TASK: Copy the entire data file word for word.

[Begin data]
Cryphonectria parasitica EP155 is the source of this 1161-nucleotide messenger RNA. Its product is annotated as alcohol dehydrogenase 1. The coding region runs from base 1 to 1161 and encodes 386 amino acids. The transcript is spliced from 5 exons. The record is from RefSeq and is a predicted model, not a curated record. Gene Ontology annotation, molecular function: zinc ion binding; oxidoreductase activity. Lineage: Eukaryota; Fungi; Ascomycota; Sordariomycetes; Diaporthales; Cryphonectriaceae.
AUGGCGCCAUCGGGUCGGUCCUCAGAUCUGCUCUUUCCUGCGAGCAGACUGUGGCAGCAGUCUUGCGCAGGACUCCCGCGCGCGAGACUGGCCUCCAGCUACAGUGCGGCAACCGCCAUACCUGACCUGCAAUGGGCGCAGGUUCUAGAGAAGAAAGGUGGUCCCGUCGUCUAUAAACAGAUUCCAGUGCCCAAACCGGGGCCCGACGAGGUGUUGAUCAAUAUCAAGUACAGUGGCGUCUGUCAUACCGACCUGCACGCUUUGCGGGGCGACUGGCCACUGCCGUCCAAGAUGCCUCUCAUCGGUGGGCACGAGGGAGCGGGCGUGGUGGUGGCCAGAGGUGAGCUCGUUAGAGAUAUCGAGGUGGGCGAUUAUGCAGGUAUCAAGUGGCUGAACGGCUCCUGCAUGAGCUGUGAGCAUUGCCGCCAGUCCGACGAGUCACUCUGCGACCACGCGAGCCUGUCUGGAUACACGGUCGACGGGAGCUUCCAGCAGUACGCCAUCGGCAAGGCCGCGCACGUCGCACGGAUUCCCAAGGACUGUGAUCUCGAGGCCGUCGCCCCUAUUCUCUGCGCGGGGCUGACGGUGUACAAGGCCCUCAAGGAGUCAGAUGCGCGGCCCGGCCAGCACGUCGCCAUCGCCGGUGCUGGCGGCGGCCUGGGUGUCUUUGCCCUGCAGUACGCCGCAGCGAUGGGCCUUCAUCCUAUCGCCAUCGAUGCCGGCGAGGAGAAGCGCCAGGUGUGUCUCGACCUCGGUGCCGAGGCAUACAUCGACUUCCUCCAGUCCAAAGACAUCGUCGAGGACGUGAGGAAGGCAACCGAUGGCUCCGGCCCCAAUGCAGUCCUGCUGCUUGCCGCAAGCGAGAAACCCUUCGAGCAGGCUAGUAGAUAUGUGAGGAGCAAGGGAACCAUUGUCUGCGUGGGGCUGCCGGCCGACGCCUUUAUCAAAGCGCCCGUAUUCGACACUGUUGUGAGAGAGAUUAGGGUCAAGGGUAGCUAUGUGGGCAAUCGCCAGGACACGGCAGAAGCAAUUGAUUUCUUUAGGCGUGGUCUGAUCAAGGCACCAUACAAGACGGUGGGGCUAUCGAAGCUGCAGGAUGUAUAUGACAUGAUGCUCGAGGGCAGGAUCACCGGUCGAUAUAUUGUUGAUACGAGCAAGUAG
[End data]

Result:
Cryphonectria parasitica EP155 is the source of this 1161-nucleotide messenger RNA. Its product is annotated as alcohol dehydrogenase 1. The coding region runs from base 1 to 1161 and encodes 386 amino acids. The transcript is spliced from 5 exons. The record is from RefSeq and is a predicted model, not a curated record. Gene Ontology annotation, molecular function: zinc ion binding; oxidoreductase activity. Lineage: Eukaryota; Fungi; Ascomycota; Sordariomycetes; Diaporthales; Cryphonectriaceae.
AUGGCGCCAUCGGGUCGGUCCUCAGAUCUGCUCUUUCCUGCGAGCAGACUGUGGCAGCAGUCUUGCGCAGGACUCCCGCGCGCGAGACUGGCCUCCAGCUACAGUGCGGCAACCGCCAUACCUGACCUGCAAUGGGCGCAGGUUCUAGAGAAGAAAGGUGGUCCCGUCGUCUAUAAACAGAUUCCAGUGCCCAAACCGGGGCCCGACGAGGUGUUGAUCAAUAUCAAGUACAGUGGCGUCUGUCAUACCGACCUGCACGCUUUGCGGGGCGACUGGCCACUGCCGUCCAAGAUGCCUCUCAUCGGUGGGCACGAGGGAGCGGGCGUGGUGGUGGCCAGAGGUGAGCUCGUUAGAGAUAUCGAGGUGGGCGAUUAUGCAGGUAUCAAGUGGCUGAACGGCUCCUGCAUGAGCUGUGAGCAUUGCCGCCAGUCCGACGAGUCACUCUGCGACCACGCGAGCCUGUCUGGAUACACGGUCGACGGGAGCUUCCAGCAGUACGCCAUCGGCAAGGCCGCGCACGUCGCACGGAUUCCCAAGGACUGUGAUCUCGAGGCCGUCGCCCCUAUUCUCUGCGCGGGGCUGACGGUGUACAAGGCCCUCAAGGAGUCAGAUGCGCGGCCCGGCCAGCACGUCGCCAUCGCCGGUGCUGGCGGCGGCCUGGGUGUCUUUGCCCUGCAGUACGCCGCAGCGAUGGGCCUUCAUCCUAUCGCCAUCGAUGCCGGCGAGGAGAAGCGCCAGGUGUGUCUCGACCUCGGUGCCGAGGCAUACAUCGACUUCCUCCAGUCCAAAGACAUCGUCGAGGACGUGAGGAAGGCAACCGAUGGCUCCGGCCCCAAUGCAGUCCUGCUGCUUGCCGCAAGCGAGAAACCCUUCGAGCAGGCUAGUAGAUAUGUGAGGAGCAAGGGAACCAUUGUCUGCGUGGGGCUGCCGGCCGACGCCUUUAUCAAAGCGCCCGUAUUCGACACUGUUGUGAGAGAGAUUAGGGUCAAGGGUAGCUAUGUGGGCAAUCGCCAGGACACGGCAGAAGCAAUUGAUUUCUUUAGGCGUGGUCUGAUCAAGGCACCAUACAAGACGGUGGGGCUAUCGAAGCUGCAGGAUGUAUAUGACAUGAUGCUCGAGGGCAGGAUCACCGGUCGAUAUAUUGUUGAUACGAGCAAGUAG